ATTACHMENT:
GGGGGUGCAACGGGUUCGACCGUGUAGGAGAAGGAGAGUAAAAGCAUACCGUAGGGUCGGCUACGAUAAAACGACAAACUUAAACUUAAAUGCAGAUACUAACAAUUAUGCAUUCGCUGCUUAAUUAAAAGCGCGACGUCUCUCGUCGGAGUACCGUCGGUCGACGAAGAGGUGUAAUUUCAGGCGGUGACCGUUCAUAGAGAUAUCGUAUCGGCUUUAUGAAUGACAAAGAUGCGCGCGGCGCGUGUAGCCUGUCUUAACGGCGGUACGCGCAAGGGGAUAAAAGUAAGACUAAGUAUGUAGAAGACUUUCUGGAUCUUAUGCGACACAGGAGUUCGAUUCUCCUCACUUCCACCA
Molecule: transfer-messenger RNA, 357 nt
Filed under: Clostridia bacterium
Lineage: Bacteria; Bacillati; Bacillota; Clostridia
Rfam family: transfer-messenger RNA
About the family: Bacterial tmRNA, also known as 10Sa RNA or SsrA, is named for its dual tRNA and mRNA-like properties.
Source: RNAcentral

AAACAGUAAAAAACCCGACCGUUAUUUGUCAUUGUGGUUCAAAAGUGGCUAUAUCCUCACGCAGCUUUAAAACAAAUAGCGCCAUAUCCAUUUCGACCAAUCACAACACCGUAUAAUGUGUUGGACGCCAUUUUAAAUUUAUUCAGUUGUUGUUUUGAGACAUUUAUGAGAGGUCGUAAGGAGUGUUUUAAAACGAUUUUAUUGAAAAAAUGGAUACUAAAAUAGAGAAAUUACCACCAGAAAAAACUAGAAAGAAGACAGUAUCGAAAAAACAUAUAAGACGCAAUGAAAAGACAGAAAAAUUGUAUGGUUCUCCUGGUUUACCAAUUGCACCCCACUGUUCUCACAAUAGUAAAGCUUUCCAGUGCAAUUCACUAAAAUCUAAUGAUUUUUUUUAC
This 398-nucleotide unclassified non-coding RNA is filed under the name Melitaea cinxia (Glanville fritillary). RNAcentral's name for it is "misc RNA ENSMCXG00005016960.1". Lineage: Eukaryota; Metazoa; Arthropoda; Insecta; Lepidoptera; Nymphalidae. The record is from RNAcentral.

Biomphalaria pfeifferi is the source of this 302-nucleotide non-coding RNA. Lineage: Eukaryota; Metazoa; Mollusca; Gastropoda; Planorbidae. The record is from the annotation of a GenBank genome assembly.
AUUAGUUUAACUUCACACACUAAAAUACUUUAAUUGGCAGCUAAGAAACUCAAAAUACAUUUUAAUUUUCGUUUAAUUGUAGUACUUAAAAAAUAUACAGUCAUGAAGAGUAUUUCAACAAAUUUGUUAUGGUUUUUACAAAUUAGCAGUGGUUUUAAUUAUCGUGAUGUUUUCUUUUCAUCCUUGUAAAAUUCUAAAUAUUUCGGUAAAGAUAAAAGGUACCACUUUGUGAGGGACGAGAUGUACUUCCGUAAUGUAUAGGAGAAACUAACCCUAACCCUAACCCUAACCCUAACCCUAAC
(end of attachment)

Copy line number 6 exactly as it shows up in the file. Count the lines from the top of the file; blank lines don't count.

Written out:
About the family: Bacterial tmRNA, also known as 10Sa RNA or SsrA, is named for its dual tRNA and mRNA-like properties.